1 Thessalonians: Chapter 5, Verse 16
Not in a carnal, but in a spiritual way, with joy in the Holy Ghost; and which arises from a view of pardon by the blood of Christ, of justification by his righteousness, and atonement by his sacrifice; not in themselves, as the wicked man rejoices in his wickedness, and the hypocrite and formalist in his profession of religion, and the reputation he gains by it; and the Pharisee and legalist in his morality, civility, negative holiness, and obedience to the rituals of the law; for such rejoice in their boastings, and all such rejoicing is evil; but in the Lord Jesus Christ, in the greatness, fitness, fulness, and glory of his person, in his blood, righteousness, and sacrifice, in what he is in himself, and is made unto his people, and in what he has done, and is still doing for them, and particularly in the salvation he has wrought out; and not in the things of this life, and the attainments of it, either of body, or of mind, or of estate, as in strength, wisdom, or riches; but in things spiritual, that our names are written in heaven, and we are redeemed by the blood of Christ, and called by his grace, and shall be glorified together with him; and not only in prosperity, but in adversity, since all things work together for good, and afflictions serve for the exercise of grace; and especially, since to suffer reproach and persecution for the sake of Christ, and his Gospel, is a great honour, and the Spirit of God, and of glory, rests on such, and great will be their reward in heaven: and there is always reason, and ever a firm ground and foundation for rejoicing with believers, let their circumstances or their frames be what they will; since God, their covenant God, is unchangeable, and his love to them is from everlasting to everlasting invariably the same; the covenant of grace, which is ordered in all things, and sure, is firm and immovable; and Jesus, the Mediator of it, is the same today, yesterday, and for ever.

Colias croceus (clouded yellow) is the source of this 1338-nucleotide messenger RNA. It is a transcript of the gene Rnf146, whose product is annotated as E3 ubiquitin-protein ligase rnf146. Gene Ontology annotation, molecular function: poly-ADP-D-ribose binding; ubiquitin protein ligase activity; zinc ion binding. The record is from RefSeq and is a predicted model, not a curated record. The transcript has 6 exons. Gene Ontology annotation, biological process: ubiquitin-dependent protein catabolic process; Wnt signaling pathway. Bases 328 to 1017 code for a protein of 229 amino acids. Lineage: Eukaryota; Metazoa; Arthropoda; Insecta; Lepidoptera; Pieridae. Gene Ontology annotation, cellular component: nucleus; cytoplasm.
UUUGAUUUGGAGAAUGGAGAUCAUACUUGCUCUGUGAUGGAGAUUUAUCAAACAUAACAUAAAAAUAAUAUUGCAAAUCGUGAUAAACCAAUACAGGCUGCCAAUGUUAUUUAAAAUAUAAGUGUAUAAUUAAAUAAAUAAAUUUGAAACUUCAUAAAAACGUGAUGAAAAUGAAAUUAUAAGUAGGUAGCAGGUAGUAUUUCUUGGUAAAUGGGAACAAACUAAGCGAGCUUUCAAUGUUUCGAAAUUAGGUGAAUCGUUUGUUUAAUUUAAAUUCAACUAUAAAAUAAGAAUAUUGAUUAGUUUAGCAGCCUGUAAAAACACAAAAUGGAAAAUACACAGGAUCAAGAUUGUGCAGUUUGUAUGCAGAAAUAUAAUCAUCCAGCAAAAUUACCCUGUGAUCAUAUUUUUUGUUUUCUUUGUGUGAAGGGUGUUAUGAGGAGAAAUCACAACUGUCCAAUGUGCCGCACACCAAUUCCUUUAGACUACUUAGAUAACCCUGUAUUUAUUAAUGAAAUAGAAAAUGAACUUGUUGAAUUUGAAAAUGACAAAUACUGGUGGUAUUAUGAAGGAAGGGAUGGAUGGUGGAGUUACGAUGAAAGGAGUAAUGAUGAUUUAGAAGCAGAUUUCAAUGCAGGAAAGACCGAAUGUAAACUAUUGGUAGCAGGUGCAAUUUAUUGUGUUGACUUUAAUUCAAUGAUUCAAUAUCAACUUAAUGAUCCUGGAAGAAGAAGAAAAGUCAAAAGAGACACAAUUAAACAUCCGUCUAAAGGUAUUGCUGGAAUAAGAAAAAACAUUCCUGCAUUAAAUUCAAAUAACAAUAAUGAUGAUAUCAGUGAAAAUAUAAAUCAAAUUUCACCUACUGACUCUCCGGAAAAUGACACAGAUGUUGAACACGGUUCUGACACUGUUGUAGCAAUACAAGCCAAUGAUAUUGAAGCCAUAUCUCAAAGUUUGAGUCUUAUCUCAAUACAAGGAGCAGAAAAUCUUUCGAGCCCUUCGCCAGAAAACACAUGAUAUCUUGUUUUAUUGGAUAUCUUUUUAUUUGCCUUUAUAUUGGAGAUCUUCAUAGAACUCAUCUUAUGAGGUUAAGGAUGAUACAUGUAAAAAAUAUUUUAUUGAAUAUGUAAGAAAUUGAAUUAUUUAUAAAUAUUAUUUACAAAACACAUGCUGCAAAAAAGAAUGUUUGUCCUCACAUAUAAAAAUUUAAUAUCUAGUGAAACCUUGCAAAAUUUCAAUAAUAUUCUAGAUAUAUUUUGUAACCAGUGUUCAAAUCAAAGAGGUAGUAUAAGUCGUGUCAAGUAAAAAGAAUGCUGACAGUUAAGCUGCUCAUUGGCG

John Gill (1697-1771) was a Strict and Particular Baptist preacher and theologian. He was appointed the Pastor of Goat Yard Chapel, Horsleydown, Southwark, serving this position for fifty-one years. He was the first Baptist to write an exhaustive systematic theology, setting forth High-Calvinistic views and a clear Baptist polity which became the backbone for the churches subscribing to them. John Hazelton wrote of him:
”[Augustus] Toplady held in high regard Dr. John Gill (1697-1771), and applied to him and to his controversial writings what was said of the first Duke of Marlborough—that he never besieged a town that he did not take, nor fought a battle that he did not win. Gill's book on the Canticles is a beautiful and experimental exposition of Solomon's Song; his "Cause of God and Truth" is most admirable and suggestive; and his "Body of Divinity" one of the best of its kind. His commentary upon the Old and New Testament is a wonderful monument of sanctified learning, though it has been so used as to rob many a ministry of living power. It is the fashion now to sneer at Gill, and this unworthy attitude is adopted mostly by those who have forsaken the truths he so powerfully defended, and who are destitute of a tithe of the massive scholarship of one of the noblest ministers of the Particular and Strict Baptist denomination. The late Dr. Doudney rendered inestimable service by his republication, in 1852, of Gill's Commentary, printed at Bonmahon, Waterford, Ireland, by Irish boys. Gill was born at Kettering, and passed away at his residence at Camberwell, his last words being: "O, my Father! my Father!" For fifty-one years, to the time of his death, he was pastor of the Baptist Church, Fair Street, Horselydown, and was buried in Bunhill Fields. His Hebrew learning was equal to that of any scholar of his day, and his Rabbinical knowledge has never been equalled outside Judaism. His "Dissertation Concerning the Eternal Sonship of Christ" is most valuable, and this foundation truth is shown by him to have been a part of the faith of all Trinitarians for about 1,700 years from the birth of our Lord. In His Divine nature our blessed Lord was the co-equal and co-eternal Son of God, and as such He became the Word of God. The Scriptures nowhere intimate that Christ is the Son of God by office, or that His Sonship is founded on His human nature. This is not a strife about words, but is for our life, our peace, our hope. Dr. Gill's pastoral labours were much blest; to the utmost fidelity he united real tenderness, and at the Lord's Supper he was always at his best.
"He set before their eyes their dying Lord—
How soft, how sweet, how solemn every word!
How were their hearts affected, and his own!
And how his sparkling eyes with glory shone!"